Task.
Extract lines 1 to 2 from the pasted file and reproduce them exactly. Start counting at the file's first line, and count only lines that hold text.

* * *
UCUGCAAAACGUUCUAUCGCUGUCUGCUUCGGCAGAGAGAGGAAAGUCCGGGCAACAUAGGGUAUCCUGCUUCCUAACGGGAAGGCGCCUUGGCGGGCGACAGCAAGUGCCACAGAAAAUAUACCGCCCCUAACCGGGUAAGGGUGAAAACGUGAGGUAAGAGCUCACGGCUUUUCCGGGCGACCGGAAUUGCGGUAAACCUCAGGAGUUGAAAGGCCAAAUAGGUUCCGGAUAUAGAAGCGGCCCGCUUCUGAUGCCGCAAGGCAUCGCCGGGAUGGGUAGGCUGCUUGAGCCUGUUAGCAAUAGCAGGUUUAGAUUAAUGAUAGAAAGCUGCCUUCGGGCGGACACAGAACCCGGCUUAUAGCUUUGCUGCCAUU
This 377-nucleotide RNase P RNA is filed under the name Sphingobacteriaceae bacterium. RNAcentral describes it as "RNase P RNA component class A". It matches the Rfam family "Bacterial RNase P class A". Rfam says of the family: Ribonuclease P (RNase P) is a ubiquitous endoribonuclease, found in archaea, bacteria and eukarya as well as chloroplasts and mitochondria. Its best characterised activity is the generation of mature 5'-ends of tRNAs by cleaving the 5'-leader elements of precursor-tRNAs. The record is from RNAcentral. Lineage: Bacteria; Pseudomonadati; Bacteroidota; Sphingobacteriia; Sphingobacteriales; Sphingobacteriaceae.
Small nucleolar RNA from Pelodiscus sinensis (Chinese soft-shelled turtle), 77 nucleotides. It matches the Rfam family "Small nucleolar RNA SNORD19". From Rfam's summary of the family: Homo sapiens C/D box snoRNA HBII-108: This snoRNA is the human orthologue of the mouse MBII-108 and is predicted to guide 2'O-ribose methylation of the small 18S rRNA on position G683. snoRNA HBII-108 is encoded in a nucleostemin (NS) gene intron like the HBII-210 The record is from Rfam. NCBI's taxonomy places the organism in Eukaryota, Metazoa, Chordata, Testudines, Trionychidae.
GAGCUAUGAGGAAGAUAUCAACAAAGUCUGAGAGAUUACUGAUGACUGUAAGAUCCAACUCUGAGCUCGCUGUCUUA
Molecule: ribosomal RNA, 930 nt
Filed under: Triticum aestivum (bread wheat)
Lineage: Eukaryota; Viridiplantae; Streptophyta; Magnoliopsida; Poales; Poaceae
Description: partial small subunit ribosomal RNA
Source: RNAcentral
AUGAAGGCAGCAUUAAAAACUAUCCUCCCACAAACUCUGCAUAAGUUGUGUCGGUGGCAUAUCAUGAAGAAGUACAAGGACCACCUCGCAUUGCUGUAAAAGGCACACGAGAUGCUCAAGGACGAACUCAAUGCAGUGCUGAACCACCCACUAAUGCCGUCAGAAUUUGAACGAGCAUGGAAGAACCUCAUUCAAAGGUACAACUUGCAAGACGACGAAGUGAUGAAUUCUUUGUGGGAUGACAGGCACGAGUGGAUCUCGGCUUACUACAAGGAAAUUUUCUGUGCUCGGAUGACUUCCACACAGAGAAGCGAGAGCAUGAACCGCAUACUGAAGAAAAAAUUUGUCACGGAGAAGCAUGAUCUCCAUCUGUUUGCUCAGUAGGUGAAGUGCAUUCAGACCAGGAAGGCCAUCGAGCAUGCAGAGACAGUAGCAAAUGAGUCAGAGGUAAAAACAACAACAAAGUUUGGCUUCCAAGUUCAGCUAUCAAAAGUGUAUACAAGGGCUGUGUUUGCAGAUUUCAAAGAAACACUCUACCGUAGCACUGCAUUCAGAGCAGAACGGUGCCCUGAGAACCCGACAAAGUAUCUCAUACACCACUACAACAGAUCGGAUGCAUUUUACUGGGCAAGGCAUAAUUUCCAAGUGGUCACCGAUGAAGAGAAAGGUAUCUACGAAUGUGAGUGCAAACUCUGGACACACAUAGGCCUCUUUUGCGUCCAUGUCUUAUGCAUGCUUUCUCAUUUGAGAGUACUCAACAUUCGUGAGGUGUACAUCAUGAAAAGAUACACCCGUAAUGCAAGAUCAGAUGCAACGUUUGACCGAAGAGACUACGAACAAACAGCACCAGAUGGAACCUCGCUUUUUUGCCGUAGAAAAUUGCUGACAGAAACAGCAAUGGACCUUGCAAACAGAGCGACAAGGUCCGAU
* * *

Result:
UCUGCAAAACGUUCUAUCGCUGUCUGCUUCGGCAGAGAGAGGAAAGUCCGGGCAACAUAGGGUAUCCUGCUUCCUAACGGGAAGGCGCCUUGGCGGGCGACAGCAAGUGCCACAGAAAAUAUACCGCCCCUAACCGGGUAAGGGUGAAAACGUGAGGUAAGAGCUCACGGCUUUUCCGGGCGACCGGAAUUGCGGUAAACCUCAGGAGUUGAAAGGCCAAAUAGGUUCCGGAUAUAGAAGCGGCCCGCUUCUGAUGCCGCAAGGCAUCGCCGGGAUGGGUAGGCUGCUUGAGCCUGUUAGCAAUAGCAGGUUUAGAUUAAUGAUAGAAAGCUGCCUUCGGGCGGACACAGAACCCGGCUUAUAGCUUUGCUGCCAUU
This 377-nucleotide RNase P RNA is filed under the name Sphingobacteriaceae bacterium. RNAcentral describes it as "RNase P RNA component class A". It matches the Rfam family "Bacterial RNase P class A". Rfam says of the family: Ribonuclease P (RNase P) is a ubiquitous endoribonuclease, found in archaea, bacteria and eukarya as well as chloroplasts and mitochondria. Its best characterised activity is the generation of mature 5'-ends of tRNAs by cleaving the 5'-leader elements of precursor-tRNAs. The record is from RNAcentral. Lineage: Bacteria; Pseudomonadati; Bacteroidota; Sphingobacteriia; Sphingobacteriales; Sphingobacteriaceae.